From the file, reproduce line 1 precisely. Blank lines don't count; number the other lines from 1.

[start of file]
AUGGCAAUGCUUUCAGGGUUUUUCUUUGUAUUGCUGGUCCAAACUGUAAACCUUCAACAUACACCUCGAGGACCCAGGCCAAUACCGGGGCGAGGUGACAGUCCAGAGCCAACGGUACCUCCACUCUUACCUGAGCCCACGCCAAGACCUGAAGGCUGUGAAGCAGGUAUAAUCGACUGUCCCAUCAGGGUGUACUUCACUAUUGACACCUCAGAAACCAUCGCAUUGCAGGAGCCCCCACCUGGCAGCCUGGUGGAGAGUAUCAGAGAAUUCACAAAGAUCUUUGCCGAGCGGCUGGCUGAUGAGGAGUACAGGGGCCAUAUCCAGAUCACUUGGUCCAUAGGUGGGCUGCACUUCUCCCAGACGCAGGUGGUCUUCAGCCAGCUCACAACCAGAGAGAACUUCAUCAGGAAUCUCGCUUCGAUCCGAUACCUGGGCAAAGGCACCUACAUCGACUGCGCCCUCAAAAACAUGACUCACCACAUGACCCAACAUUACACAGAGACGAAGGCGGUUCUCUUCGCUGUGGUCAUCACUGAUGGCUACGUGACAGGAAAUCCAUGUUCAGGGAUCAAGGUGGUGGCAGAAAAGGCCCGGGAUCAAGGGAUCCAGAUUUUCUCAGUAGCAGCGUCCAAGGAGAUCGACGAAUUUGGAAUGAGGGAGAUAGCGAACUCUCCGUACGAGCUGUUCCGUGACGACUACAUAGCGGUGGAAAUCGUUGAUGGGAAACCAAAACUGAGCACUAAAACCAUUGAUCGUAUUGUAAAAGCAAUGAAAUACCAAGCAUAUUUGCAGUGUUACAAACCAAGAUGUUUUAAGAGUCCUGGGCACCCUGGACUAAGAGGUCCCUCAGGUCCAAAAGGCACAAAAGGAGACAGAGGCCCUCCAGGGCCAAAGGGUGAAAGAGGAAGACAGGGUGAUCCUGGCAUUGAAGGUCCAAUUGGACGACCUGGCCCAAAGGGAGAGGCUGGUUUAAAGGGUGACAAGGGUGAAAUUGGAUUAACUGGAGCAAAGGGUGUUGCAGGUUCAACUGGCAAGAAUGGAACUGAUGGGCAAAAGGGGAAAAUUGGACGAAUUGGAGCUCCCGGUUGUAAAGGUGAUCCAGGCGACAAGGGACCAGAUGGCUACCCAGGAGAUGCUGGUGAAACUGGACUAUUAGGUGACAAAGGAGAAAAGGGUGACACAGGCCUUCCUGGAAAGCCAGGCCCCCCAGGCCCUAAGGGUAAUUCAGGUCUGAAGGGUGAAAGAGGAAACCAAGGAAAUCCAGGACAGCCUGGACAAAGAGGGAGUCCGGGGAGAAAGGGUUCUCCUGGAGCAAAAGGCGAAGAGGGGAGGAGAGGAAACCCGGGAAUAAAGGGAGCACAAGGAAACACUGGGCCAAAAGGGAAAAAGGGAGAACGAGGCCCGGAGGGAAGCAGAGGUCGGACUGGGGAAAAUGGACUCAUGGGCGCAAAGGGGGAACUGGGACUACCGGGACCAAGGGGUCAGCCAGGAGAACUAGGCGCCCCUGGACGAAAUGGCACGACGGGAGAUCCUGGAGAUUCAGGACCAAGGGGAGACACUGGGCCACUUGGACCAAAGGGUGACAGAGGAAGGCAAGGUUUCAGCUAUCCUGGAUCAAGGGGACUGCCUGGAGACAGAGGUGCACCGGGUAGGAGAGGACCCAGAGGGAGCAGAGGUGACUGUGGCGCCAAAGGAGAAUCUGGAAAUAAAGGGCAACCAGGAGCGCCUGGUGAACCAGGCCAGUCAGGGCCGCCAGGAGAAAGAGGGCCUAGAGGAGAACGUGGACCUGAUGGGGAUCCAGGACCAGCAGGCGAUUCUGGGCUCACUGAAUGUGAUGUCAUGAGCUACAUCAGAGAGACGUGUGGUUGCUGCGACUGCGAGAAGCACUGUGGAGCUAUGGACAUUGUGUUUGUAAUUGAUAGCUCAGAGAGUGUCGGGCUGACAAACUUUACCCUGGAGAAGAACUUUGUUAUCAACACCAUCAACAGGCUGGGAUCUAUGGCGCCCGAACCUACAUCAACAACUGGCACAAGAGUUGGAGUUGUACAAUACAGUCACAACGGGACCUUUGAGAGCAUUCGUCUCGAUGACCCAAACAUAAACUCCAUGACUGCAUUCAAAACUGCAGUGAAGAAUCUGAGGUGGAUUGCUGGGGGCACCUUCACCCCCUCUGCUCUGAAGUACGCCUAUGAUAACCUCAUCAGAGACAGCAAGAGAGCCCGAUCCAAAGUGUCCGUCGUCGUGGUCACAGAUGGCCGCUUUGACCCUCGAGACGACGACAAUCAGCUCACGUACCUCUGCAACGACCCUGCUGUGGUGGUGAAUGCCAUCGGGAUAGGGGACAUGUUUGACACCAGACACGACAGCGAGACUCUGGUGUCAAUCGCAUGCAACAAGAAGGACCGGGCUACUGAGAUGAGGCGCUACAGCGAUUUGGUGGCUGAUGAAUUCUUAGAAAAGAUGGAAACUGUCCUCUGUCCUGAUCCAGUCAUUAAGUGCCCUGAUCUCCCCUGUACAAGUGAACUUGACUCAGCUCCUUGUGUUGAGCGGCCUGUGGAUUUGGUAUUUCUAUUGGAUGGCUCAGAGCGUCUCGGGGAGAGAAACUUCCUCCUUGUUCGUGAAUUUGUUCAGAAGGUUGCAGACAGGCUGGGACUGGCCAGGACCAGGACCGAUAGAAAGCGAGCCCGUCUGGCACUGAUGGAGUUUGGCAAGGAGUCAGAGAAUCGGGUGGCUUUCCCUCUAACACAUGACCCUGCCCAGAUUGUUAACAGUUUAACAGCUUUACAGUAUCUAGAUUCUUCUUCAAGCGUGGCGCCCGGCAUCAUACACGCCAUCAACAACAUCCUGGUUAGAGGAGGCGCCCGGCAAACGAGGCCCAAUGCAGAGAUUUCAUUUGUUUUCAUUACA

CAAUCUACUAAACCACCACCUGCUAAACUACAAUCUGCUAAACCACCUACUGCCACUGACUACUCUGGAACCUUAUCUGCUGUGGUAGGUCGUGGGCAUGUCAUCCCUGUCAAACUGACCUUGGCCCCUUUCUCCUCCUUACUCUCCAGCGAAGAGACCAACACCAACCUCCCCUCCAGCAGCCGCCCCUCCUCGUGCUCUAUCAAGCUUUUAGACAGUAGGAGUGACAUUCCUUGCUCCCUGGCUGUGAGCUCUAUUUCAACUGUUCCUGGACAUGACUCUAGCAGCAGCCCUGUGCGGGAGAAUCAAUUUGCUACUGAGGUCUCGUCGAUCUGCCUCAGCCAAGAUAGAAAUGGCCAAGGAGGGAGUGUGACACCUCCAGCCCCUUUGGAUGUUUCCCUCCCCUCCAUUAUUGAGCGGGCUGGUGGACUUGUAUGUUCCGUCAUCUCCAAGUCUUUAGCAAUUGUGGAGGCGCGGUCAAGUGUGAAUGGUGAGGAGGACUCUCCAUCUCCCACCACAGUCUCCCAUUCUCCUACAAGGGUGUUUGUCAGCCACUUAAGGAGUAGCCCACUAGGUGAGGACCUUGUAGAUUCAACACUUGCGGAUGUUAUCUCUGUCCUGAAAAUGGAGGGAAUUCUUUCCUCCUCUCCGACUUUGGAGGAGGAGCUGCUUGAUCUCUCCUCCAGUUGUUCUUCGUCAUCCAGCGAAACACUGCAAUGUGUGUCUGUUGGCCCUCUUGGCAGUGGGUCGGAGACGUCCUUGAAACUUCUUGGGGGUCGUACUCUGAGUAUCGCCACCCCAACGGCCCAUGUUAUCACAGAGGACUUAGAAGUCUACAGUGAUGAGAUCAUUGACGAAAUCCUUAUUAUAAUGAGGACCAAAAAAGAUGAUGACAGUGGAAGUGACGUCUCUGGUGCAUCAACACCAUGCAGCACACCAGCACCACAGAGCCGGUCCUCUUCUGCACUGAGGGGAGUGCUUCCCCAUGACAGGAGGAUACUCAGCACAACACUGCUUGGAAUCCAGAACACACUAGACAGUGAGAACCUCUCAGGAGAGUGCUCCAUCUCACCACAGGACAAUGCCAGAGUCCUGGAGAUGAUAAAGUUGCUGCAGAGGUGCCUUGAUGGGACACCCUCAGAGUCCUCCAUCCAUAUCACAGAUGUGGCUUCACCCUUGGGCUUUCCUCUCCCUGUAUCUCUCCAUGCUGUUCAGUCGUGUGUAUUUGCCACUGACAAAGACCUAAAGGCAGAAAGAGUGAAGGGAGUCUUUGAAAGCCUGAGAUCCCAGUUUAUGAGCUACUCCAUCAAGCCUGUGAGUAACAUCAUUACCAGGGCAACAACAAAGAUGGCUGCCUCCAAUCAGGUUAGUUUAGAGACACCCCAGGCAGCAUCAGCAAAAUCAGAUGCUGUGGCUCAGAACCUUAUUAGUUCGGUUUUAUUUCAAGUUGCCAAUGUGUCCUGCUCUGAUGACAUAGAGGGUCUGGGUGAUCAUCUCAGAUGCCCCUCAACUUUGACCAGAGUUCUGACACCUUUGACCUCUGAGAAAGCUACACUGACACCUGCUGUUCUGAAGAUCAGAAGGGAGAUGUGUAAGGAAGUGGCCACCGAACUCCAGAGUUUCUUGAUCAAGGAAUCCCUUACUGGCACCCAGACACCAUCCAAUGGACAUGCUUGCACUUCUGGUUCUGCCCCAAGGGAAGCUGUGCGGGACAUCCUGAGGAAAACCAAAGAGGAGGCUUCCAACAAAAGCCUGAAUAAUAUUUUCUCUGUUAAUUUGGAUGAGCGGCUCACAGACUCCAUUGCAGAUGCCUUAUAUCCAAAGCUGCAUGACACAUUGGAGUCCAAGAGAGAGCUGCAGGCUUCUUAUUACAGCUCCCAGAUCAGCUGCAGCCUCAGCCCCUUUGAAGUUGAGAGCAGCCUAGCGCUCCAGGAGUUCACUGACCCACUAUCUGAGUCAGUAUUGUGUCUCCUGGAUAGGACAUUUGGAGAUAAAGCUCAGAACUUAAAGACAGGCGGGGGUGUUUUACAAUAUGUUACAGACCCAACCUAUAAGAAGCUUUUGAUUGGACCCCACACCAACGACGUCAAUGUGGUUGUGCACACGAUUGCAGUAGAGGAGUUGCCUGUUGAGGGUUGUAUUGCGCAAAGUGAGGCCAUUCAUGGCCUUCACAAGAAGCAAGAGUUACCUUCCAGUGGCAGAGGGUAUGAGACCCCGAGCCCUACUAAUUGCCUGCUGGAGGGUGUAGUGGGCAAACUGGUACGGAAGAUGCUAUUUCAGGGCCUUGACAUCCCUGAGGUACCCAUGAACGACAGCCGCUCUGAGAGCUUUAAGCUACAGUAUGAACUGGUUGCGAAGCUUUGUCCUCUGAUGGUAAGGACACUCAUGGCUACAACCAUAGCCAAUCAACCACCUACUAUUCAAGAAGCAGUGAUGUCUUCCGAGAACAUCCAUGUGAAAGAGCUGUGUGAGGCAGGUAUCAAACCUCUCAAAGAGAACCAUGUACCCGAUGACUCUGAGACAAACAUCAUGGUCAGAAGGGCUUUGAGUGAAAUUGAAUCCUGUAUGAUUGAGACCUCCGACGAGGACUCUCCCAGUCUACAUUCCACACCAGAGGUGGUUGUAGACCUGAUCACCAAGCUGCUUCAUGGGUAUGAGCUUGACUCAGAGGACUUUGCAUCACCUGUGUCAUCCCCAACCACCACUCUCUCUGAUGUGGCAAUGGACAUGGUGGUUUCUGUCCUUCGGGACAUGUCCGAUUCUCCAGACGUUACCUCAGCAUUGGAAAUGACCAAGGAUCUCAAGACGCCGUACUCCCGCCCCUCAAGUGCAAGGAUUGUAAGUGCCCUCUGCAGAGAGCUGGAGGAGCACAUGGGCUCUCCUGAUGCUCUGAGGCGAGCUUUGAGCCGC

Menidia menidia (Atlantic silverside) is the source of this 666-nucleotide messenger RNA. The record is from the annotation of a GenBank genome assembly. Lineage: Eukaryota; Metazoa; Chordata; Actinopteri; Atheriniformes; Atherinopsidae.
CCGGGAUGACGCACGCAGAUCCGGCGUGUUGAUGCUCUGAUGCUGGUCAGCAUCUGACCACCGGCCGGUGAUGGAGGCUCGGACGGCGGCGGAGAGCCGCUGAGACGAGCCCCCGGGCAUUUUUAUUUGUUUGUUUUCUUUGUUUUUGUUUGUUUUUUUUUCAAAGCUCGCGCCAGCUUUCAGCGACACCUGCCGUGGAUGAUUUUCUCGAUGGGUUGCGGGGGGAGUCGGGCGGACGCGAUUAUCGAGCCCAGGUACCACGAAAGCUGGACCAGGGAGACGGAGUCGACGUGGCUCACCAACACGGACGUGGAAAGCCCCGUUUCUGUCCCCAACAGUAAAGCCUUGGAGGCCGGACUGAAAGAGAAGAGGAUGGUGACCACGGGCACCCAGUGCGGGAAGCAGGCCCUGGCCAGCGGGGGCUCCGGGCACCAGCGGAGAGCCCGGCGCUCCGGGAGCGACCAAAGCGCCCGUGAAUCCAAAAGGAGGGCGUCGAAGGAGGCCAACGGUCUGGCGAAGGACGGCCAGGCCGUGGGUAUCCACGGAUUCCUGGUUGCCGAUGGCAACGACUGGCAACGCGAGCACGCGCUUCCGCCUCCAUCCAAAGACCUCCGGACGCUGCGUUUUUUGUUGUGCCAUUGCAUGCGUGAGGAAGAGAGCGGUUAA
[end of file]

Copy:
AUGGCAAUGCUUUCAGGGUUUUUCUUUGUAUUGCUGGUCCAAACUGUAAACCUUCAACAUACACCUCGAGGACCCAGGCCAAUACCGGGGCGAGGUGACAGUCCAGAGCCAACGGUACCUCCACUCUUACCUGAGCCCACGCCAAGACCUGAAGGCUGUGAAGCAGGUAUAAUCGACUGUCCCAUCAGGGUGUACUUCACUAUUGACACCUCAGAAACCAUCGCAUUGCAGGAGCCCCCACCUGGCAGCCUGGUGGAGAGUAUCAGAGAAUUCACAAAGAUCUUUGCCGAGCGGCUGGCUGAUGAGGAGUACAGGGGCCAUAUCCAGAUCACUUGGUCCAUAGGUGGGCUGCACUUCUCCCAGACGCAGGUGGUCUUCAGCCAGCUCACAACCAGAGAGAACUUCAUCAGGAAUCUCGCUUCGAUCCGAUACCUGGGCAAAGGCACCUACAUCGACUGCGCCCUCAAAAACAUGACUCACCACAUGACCCAACAUUACACAGAGACGAAGGCGGUUCUCUUCGCUGUGGUCAUCACUGAUGGCUACGUGACAGGAAAUCCAUGUUCAGGGAUCAAGGUGGUGGCAGAAAAGGCCCGGGAUCAAGGGAUCCAGAUUUUCUCAGUAGCAGCGUCCAAGGAGAUCGACGAAUUUGGAAUGAGGGAGAUAGCGAACUCUCCGUACGAGCUGUUCCGUGACGACUACAUAGCGGUGGAAAUCGUUGAUGGGAAACCAAAACUGAGCACUAAAACCAUUGAUCGUAUUGUAAAAGCAAUGAAAUACCAAGCAUAUUUGCAGUGUUACAAACCAAGAUGUUUUAAGAGUCCUGGGCACCCUGGACUAAGAGGUCCCUCAGGUCCAAAAGGCACAAAAGGAGACAGAGGCCCUCCAGGGCCAAAGGGUGAAAGAGGAAGACAGGGUGAUCCUGGCAUUGAAGGUCCAAUUGGACGACCUGGCCCAAAGGGAGAGGCUGGUUUAAAGGGUGACAAGGGUGAAAUUGGAUUAACUGGAGCAAAGGGUGUUGCAGGUUCAACUGGCAAGAAUGGAACUGAUGGGCAAAAGGGGAAAAUUGGACGAAUUGGAGCUCCCGGUUGUAAAGGUGAUCCAGGCGACAAGGGACCAGAUGGCUACCCAGGAGAUGCUGGUGAAACUGGACUAUUAGGUGACAAAGGAGAAAAGGGUGACACAGGCCUUCCUGGAAAGCCAGGCCCCCCAGGCCCUAAGGGUAAUUCAGGUCUGAAGGGUGAAAGAGGAAACCAAGGAAAUCCAGGACAGCCUGGACAAAGAGGGAGUCCGGGGAGAAAGGGUUCUCCUGGAGCAAAAGGCGAAGAGGGGAGGAGAGGAAACCCGGGAAUAAAGGGAGCACAAGGAAACACUGGGCCAAAAGGGAAAAAGGGAGAACGAGGCCCGGAGGGAAGCAGAGGUCGGACUGGGGAAAAUGGACUCAUGGGCGCAAAGGGGGAACUGGGACUACCGGGACCAAGGGGUCAGCCAGGAGAACUAGGCGCCCCUGGACGAAAUGGCACGACGGGAGAUCCUGGAGAUUCAGGACCAAGGGGAGACACUGGGCCACUUGGACCAAAGGGUGACAGAGGAAGGCAAGGUUUCAGCUAUCCUGGAUCAAGGGGACUGCCUGGAGACAGAGGUGCACCGGGUAGGAGAGGACCCAGAGGGAGCAGAGGUGACUGUGGCGCCAAAGGAGAAUCUGGAAAUAAAGGGCAACCAGGAGCGCCUGGUGAACCAGGCCAGUCAGGGCCGCCAGGAGAAAGAGGGCCUAGAGGAGAACGUGGACCUGAUGGGGAUCCAGGACCAGCAGGCGAUUCUGGGCUCACUGAAUGUGAUGUCAUGAGCUACAUCAGAGAGACGUGUGGUUGCUGCGACUGCGAGAAGCACUGUGGAGCUAUGGACAUUGUGUUUGUAAUUGAUAGCUCAGAGAGUGUCGGGCUGACAAACUUUACCCUGGAGAAGAACUUUGUUAUCAACACCAUCAACAGGCUGGGAUCUAUGGCGCCCGAACCUACAUCAACAACUGGCACAAGAGUUGGAGUUGUACAAUACAGUCACAACGGGACCUUUGAGAGCAUUCGUCUCGAUGACCCAAACAUAAACUCCAUGACUGCAUUCAAAACUGCAGUGAAGAAUCUGAGGUGGAUUGCUGGGGGCACCUUCACCCCCUCUGCUCUGAAGUACGCCUAUGAUAACCUCAUCAGAGACAGCAAGAGAGCCCGAUCCAAAGUGUCCGUCGUCGUGGUCACAGAUGGCCGCUUUGACCCUCGAGACGACGACAAUCAGCUCACGUACCUCUGCAACGACCCUGCUGUGGUGGUGAAUGCCAUCGGGAUAGGGGACAUGUUUGACACCAGACACGACAGCGAGACUCUGGUGUCAAUCGCAUGCAACAAGAAGGACCGGGCUACUGAGAUGAGGCGCUACAGCGAUUUGGUGGCUGAUGAAUUCUUAGAAAAGAUGGAAACUGUCCUCUGUCCUGAUCCAGUCAUUAAGUGCCCUGAUCUCCCCUGUACAAGUGAACUUGACUCAGCUCCUUGUGUUGAGCGGCCUGUGGAUUUGGUAUUUCUAUUGGAUGGCUCAGAGCGUCUCGGGGAGAGAAACUUCCUCCUUGUUCGUGAAUUUGUUCAGAAGGUUGCAGACAGGCUGGGACUGGCCAGGACCAGGACCGAUAGAAAGCGAGCCCGUCUGGCACUGAUGGAGUUUGGCAAGGAGUCAGAGAAUCGGGUGGCUUUCCCUCUAACACAUGACCCUGCCCAGAUUGUUAACAGUUUAACAGCUUUACAGUAUCUAGAUUCUUCUUCAAGCGUGGCGCCCGGCAUCAUACACGCCAUCAACAACAUCCUGGUUAGAGGAGGCGCCCGGCAAACGAGGCCCAAUGCAGAGAUUUCAUUUGUUUUCAUUACA